Surnamed the Great and Ascalonīta, second son of Antipater the Idumaean, was born B.C. 71, at
Ascalon, in Iudaea. At the age of twenty-five he was made by his father governor of Galilee,
and distinguished himself by the suppression of a band of robbers and the execution of their
leader. He was summoned before the Sanhedrim for having done this by his own authority, and
having put these men to death without a trial; but, through the strength of his party and the
zeal of his friends, he escaped censure. He at first embraced the party of Brutus and
Cassius; but, after their death, reconciled himself to Antony, who appointed him and Phasael
tetrarchs of Iudaea. In B.C. 40 the Parthians invaded Iudaea, and placed Antigonus on the
throne, making Hyrcanus and Phasael prisoners. Herod escaped to Rome, where, by the influence
of Antony, he was appointed king of the Jews. But the Roman generals in Syria assisted him
very feebly, and it was not till the end of the year B.C. 38 that Jerusalem was taken by
Sossius. The commencement of Herod's reign dates from the following year. In the year 38 he
had married Mariamné, the granddaughter of Hyrcanus, hoping to strengthen his
power by this match with the Asmonaean family, which was very popular in Iudaea. On ascending the throne Herod appointed Ananel of Babylon high-priest, to the
exclusion of Aristobulus, the brother of Mariamné. But he soon found himself
compelled, by the entreaties
Coin of Herod the Great.
of Mariamné and the artifices of her mother Alexandra, to depose Ananel
and appoint Aristobulus in his place. Not long after, however, Aristobulus was secretly put
to death by the command of Alexandra having informed Cleopatra of the murder, Herod was
summoned to answer the accusation before Antony, whom he pacified by liberal bribes. When
setting out to meet Antony, he had commanded his brother Joseph to put Mariamné to
death in case he should be condemned, that she might not fall into Antony's power. Finding,
on his return, that his brother had revealed this order to Mariamné, Herod put him
to death. In the civil war between Octavius and Antony, Herod joined the latter, and
undertook, at his command, a campaign against the Arabians, whom he defeated. After the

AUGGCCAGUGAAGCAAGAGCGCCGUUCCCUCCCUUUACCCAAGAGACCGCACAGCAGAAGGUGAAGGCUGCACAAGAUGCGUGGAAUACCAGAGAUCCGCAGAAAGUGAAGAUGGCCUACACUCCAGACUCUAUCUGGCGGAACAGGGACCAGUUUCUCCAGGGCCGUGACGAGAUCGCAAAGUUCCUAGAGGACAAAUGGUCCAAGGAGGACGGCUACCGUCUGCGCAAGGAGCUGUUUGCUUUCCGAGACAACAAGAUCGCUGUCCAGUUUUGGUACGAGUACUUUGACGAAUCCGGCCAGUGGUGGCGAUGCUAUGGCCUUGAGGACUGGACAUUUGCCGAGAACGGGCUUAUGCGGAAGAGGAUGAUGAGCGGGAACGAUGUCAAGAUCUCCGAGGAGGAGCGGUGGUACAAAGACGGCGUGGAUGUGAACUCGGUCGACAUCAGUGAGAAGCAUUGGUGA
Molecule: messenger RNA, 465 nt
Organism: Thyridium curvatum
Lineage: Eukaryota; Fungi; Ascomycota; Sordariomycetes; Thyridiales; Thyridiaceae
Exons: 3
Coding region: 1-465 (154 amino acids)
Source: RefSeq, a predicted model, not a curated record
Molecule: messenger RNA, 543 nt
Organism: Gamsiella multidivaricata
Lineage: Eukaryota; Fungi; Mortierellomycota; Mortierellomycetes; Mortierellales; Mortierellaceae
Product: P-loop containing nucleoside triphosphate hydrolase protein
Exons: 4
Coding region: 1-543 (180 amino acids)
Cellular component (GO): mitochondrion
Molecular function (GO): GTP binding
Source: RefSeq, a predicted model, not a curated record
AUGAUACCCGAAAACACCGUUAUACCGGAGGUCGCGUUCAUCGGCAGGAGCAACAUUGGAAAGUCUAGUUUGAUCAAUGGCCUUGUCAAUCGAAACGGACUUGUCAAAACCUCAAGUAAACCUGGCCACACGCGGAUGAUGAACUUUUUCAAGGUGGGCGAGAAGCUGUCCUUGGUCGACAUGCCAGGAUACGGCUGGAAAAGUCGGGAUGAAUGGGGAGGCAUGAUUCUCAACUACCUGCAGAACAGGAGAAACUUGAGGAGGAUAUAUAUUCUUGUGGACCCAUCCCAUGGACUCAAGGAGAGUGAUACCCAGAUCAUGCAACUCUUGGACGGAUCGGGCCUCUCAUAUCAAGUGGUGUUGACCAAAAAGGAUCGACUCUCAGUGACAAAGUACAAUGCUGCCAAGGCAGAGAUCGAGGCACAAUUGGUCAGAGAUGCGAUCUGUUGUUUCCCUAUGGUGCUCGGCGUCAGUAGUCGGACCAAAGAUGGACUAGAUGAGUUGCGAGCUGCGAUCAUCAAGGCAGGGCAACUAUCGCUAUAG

battle of Actium, he went to meet Octavius at Rhodes, having first put to death Hyrcanus, who
had been released by the Parthians, and had placed himself under Herod's protection some
years before. He also imprisoned Mariamné and Alexandra, commanding their keepers
to kill them upon receiving intelligence of his death. Octavius, however, received him
kindly, and reinstated him in his kingdom. On his return, Mariamné reproached him
with his intentions towards her, which she had again discovered. This led to an estrangement
between Herod and his queen, which was artfully increased by his sister Salomé,
till, on one occasion, enraged at a new affront he had received from Mariamné,
Herod assembled some of his friends and accused her of adultery. She was condemned and
executed. After her death Herod suffered the deepest remorse, and shut himself up in Samaria,
where he was seized with an illness which nearly proved fatal. In the year B.C. 26 he put to
death the sons of Babas, the last princes of the Asmonaean family.
He now openly disregarded the Jewish law, and introduced Roman customs. He particularly
shocked the people by erecting a stately theatre and an amphitheatre in Jerusalem, in the
latter of which he celebrated games in honour of Augustus. Ten men conspired against his
life, but were detected and executed with the greatest cruelty. To secure himself against
rebellion, he fortified Samaria, which he named Sebasté (equivalent to the Latin
Augusta), and he built Caesarea and other cities and fortresses. In the year B.C. 17 he began
to rebuild the temple at Jerusalem. The work was completed in eight years, but the
decorations were not finished for many years after (John, ii. 20). Herod's power and
territories continued to increase, but the latter part of his reign was disturbed by the most
violent dissensions in his family, of which a minute account is given by Iosephus. He
died in March, B.C. 4, in the thirty-fourth year of his reign and the seventieth of his age.
Iosephus relates that, shortly before his death, he shut up many of the principal men of the